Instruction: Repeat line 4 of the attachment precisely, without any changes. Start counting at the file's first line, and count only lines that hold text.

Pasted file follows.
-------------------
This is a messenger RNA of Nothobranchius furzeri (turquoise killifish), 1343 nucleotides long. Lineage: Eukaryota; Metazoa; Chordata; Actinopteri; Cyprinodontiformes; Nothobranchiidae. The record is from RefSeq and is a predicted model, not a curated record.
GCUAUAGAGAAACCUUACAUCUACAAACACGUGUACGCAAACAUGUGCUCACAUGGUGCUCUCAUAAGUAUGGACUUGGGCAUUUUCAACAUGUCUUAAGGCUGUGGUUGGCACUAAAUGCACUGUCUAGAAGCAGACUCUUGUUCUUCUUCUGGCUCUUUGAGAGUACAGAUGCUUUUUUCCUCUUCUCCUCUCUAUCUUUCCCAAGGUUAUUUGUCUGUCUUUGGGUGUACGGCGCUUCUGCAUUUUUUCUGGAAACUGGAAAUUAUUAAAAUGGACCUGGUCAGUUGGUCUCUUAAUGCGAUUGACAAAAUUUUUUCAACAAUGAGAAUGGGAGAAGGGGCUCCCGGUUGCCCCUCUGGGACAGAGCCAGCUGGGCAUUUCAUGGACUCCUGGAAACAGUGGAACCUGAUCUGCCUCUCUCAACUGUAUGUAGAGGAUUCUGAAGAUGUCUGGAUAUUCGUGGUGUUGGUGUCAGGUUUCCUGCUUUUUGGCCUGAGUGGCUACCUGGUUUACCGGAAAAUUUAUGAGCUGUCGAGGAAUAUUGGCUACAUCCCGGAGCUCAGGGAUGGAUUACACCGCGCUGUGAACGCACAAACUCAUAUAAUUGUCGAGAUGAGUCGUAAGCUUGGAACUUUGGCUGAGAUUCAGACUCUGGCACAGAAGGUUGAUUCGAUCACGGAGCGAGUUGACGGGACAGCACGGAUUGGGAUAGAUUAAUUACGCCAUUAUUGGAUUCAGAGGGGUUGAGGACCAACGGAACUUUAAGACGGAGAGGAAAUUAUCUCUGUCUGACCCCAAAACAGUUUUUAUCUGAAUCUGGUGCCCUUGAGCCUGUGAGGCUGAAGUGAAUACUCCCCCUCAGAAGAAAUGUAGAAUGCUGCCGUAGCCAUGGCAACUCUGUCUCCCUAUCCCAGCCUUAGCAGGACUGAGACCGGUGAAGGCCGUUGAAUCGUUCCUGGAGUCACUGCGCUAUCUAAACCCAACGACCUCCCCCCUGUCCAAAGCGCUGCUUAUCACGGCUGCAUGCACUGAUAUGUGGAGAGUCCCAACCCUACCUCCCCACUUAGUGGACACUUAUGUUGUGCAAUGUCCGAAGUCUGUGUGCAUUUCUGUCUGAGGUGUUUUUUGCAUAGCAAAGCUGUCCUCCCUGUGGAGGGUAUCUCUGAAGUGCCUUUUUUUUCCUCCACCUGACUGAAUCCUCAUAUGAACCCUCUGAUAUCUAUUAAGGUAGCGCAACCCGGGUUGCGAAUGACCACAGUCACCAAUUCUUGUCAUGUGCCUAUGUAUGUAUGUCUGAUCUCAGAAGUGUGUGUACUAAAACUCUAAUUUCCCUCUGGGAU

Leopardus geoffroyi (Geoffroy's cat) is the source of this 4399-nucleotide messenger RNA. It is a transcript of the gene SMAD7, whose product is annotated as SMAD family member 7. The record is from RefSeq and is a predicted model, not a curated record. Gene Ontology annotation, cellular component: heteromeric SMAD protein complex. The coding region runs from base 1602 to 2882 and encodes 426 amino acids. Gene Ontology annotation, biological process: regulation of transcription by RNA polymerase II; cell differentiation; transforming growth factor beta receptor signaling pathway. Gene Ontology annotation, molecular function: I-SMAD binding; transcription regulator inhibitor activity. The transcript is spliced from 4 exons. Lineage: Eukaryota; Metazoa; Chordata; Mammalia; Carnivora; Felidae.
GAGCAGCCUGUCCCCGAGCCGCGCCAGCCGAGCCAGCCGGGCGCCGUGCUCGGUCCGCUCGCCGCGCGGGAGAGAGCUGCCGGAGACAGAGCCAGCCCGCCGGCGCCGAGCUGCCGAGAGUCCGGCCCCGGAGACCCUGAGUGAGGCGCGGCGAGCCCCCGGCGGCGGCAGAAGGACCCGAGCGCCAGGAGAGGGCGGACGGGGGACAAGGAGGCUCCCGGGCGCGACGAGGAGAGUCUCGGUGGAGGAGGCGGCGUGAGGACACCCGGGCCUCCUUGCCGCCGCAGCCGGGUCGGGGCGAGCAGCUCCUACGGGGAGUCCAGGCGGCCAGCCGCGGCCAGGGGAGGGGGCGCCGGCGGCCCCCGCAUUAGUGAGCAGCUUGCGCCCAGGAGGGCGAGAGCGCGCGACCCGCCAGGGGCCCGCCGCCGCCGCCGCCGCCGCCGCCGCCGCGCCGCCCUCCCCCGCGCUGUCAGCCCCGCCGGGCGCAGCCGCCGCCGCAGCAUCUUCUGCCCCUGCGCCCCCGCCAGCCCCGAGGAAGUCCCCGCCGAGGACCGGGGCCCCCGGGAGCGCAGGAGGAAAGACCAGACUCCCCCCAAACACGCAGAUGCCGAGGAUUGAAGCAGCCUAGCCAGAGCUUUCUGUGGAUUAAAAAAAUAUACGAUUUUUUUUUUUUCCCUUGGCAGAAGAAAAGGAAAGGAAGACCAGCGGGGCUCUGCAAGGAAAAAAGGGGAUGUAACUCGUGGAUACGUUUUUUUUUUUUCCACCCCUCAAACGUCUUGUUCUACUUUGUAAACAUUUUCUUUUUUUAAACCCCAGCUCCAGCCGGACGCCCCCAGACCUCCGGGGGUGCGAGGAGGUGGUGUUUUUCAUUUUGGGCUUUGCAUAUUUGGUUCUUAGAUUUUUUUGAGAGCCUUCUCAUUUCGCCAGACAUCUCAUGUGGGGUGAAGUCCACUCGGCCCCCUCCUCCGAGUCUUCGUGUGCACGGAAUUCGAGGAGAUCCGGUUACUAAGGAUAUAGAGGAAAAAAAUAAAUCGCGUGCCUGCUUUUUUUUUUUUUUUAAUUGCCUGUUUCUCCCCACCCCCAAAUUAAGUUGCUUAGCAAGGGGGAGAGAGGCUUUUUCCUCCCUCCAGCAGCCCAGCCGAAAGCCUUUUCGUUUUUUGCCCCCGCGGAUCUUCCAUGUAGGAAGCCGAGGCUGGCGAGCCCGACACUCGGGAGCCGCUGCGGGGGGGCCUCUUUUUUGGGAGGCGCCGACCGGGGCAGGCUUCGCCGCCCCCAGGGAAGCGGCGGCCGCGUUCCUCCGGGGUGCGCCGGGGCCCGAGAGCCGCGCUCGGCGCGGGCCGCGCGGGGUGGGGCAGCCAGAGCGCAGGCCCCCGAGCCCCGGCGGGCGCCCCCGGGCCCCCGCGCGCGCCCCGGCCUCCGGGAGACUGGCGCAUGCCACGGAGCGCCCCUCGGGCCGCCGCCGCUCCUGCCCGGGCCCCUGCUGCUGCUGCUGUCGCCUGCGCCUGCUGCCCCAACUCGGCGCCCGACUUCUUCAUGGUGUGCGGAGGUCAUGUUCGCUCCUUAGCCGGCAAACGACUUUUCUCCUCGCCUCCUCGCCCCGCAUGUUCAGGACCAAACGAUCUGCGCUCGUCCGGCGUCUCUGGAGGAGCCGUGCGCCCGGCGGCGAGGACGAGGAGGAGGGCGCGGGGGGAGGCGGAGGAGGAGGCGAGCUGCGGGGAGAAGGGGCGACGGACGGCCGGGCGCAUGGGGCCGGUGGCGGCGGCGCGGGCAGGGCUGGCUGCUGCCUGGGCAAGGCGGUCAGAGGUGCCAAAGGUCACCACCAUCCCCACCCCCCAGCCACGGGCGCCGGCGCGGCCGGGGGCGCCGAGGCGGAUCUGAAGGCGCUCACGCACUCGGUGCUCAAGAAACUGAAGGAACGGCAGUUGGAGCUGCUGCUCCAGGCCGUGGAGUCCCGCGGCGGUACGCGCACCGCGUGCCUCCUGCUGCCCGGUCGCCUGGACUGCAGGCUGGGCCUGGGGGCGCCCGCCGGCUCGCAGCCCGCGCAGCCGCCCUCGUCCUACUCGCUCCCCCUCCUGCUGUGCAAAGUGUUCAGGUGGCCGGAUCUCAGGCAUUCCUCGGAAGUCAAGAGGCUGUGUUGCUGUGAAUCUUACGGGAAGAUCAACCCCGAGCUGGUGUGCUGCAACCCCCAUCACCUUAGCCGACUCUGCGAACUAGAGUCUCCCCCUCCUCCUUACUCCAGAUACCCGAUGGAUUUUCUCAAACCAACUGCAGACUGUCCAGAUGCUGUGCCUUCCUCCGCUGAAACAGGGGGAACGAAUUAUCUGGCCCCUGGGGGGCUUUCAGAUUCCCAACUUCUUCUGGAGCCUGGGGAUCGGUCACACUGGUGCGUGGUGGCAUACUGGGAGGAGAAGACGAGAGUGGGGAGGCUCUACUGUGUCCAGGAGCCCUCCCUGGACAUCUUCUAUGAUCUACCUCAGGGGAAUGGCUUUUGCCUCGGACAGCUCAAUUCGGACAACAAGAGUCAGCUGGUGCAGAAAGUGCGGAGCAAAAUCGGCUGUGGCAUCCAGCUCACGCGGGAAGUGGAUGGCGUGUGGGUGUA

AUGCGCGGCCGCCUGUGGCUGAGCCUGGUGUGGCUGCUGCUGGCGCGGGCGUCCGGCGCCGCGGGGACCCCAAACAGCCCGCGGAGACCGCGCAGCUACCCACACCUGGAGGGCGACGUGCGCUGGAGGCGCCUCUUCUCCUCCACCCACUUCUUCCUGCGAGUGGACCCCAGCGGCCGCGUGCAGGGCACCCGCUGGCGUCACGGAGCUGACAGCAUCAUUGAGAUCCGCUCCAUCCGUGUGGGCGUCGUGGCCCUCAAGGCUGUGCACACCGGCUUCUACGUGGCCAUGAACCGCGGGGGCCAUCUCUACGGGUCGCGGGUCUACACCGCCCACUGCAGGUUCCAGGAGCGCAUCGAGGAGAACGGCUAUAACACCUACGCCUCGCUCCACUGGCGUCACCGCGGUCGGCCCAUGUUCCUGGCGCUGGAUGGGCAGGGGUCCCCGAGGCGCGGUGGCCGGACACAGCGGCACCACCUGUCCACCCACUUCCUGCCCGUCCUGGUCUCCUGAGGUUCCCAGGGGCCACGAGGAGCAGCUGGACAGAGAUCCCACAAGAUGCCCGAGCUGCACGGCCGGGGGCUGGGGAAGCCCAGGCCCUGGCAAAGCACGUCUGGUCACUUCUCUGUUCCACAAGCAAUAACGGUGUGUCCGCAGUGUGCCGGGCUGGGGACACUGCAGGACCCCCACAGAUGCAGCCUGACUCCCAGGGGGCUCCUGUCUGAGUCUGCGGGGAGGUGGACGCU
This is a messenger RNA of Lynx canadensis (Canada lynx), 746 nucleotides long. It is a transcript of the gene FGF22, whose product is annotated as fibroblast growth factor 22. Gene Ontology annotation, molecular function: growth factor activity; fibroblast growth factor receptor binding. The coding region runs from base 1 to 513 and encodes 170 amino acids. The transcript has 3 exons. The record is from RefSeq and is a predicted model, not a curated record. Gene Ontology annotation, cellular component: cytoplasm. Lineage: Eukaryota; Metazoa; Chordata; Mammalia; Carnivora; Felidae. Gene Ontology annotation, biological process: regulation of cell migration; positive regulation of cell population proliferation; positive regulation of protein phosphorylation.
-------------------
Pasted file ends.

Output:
GAGCAGCCUGUCCCCGAGCCGCGCCAGCCGAGCCAGCCGGGCGCCGUGCUCGGUCCGCUCGCCGCGCGGGAGAGAGCUGCCGGAGACAGAGCCAGCCCGCCGGCGCCGAGCUGCCGAGAGUCCGGCCCCGGAGACCCUGAGUGAGGCGCGGCGAGCCCCCGGCGGCGGCAGAAGGACCCGAGCGCCAGGAGAGGGCGGACGGGGGACAAGGAGGCUCCCGGGCGCGACGAGGAGAGUCUCGGUGGAGGAGGCGGCGUGAGGACACCCGGGCCUCCUUGCCGCCGCAGCCGGGUCGGGGCGAGCAGCUCCUACGGGGAGUCCAGGCGGCCAGCCGCGGCCAGGGGAGGGGGCGCCGGCGGCCCCCGCAUUAGUGAGCAGCUUGCGCCCAGGAGGGCGAGAGCGCGCGACCCGCCAGGGGCCCGCCGCCGCCGCCGCCGCCGCCGCCGCCGCGCCGCCCUCCCCCGCGCUGUCAGCCCCGCCGGGCGCAGCCGCCGCCGCAGCAUCUUCUGCCCCUGCGCCCCCGCCAGCCCCGAGGAAGUCCCCGCCGAGGACCGGGGCCCCCGGGAGCGCAGGAGGAAAGACCAGACUCCCCCCAAACACGCAGAUGCCGAGGAUUGAAGCAGCCUAGCCAGAGCUUUCUGUGGAUUAAAAAAAUAUACGAUUUUUUUUUUUUCCCUUGGCAGAAGAAAAGGAAAGGAAGACCAGCGGGGCUCUGCAAGGAAAAAAGGGGAUGUAACUCGUGGAUACGUUUUUUUUUUUUCCACCCCUCAAACGUCUUGUUCUACUUUGUAAACAUUUUCUUUUUUUAAACCCCAGCUCCAGCCGGACGCCCCCAGACCUCCGGGGGUGCGAGGAGGUGGUGUUUUUCAUUUUGGGCUUUGCAUAUUUGGUUCUUAGAUUUUUUUGAGAGCCUUCUCAUUUCGCCAGACAUCUCAUGUGGGGUGAAGUCCACUCGGCCCCCUCCUCCGAGUCUUCGUGUGCACGGAAUUCGAGGAGAUCCGGUUACUAAGGAUAUAGAGGAAAAAAAUAAAUCGCGUGCCUGCUUUUUUUUUUUUUUUAAUUGCCUGUUUCUCCCCACCCCCAAAUUAAGUUGCUUAGCAAGGGGGAGAGAGGCUUUUUCCUCCCUCCAGCAGCCCAGCCGAAAGCCUUUUCGUUUUUUGCCCCCGCGGAUCUUCCAUGUAGGAAGCCGAGGCUGGCGAGCCCGACACUCGGGAGCCGCUGCGGGGGGGCCUCUUUUUUGGGAGGCGCCGACCGGGGCAGGCUUCGCCGCCCCCAGGGAAGCGGCGGCCGCGUUCCUCCGGGGUGCGCCGGGGCCCGAGAGCCGCGCUCGGCGCGGGCCGCGCGGGGUGGGGCAGCCAGAGCGCAGGCCCCCGAGCCCCGGCGGGCGCCCCCGGGCCCCCGCGCGCGCCCCGGCCUCCGGGAGACUGGCGCAUGCCACGGAGCGCCCCUCGGGCCGCCGCCGCUCCUGCCCGGGCCCCUGCUGCUGCUGCUGUCGCCUGCGCCUGCUGCCCCAACUCGGCGCCCGACUUCUUCAUGGUGUGCGGAGGUCAUGUUCGCUCCUUAGCCGGCAAACGACUUUUCUCCUCGCCUCCUCGCCCCGCAUGUUCAGGACCAAACGAUCUGCGCUCGUCCGGCGUCUCUGGAGGAGCCGUGCGCCCGGCGGCGAGGACGAGGAGGAGGGCGCGGGGGGAGGCGGAGGAGGAGGCGAGCUGCGGGGAGAAGGGGCGACGGACGGCCGGGCGCAUGGGGCCGGUGGCGGCGGCGCGGGCAGGGCUGGCUGCUGCCUGGGCAAGGCGGUCAGAGGUGCCAAAGGUCACCACCAUCCCCACCCCCCAGCCACGGGCGCCGGCGCGGCCGGGGGCGCCGAGGCGGAUCUGAAGGCGCUCACGCACUCGGUGCUCAAGAAACUGAAGGAACGGCAGUUGGAGCUGCUGCUCCAGGCCGUGGAGUCCCGCGGCGGUACGCGCACCGCGUGCCUCCUGCUGCCCGGUCGCCUGGACUGCAGGCUGGGCCUGGGGGCGCCCGCCGGCUCGCAGCCCGCGCAGCCGCCCUCGUCCUACUCGCUCCCCCUCCUGCUGUGCAAAGUGUUCAGGUGGCCGGAUCUCAGGCAUUCCUCGGAAGUCAAGAGGCUGUGUUGCUGUGAAUCUUACGGGAAGAUCAACCCCGAGCUGGUGUGCUGCAACCCCCAUCACCUUAGCCGACUCUGCGAACUAGAGUCUCCCCCUCCUCCUUACUCCAGAUACCCGAUGGAUUUUCUCAAACCAACUGCAGACUGUCCAGAUGCUGUGCCUUCCUCCGCUGAAACAGGGGGAACGAAUUAUCUGGCCCCUGGGGGGCUUUCAGAUUCCCAACUUCUUCUGGAGCCUGGGGAUCGGUCACACUGGUGCGUGGUGGCAUACUGGGAGGAGAAGACGAGAGUGGGGAGGCUCUACUGUGUCCAGGAGCCCUCCCUGGACAUCUUCUAUGAUCUACCUCAGGGGAAUGGCUUUUGCCUCGGACAGCUCAAUUCGGACAACAAGAGUCAGCUGGUGCAGAAAGUGCGGAGCAAAAUCGGCUGUGGCAUCCAGCUCACGCGGGAAGUGGAUGGCGUGUGGGUGUA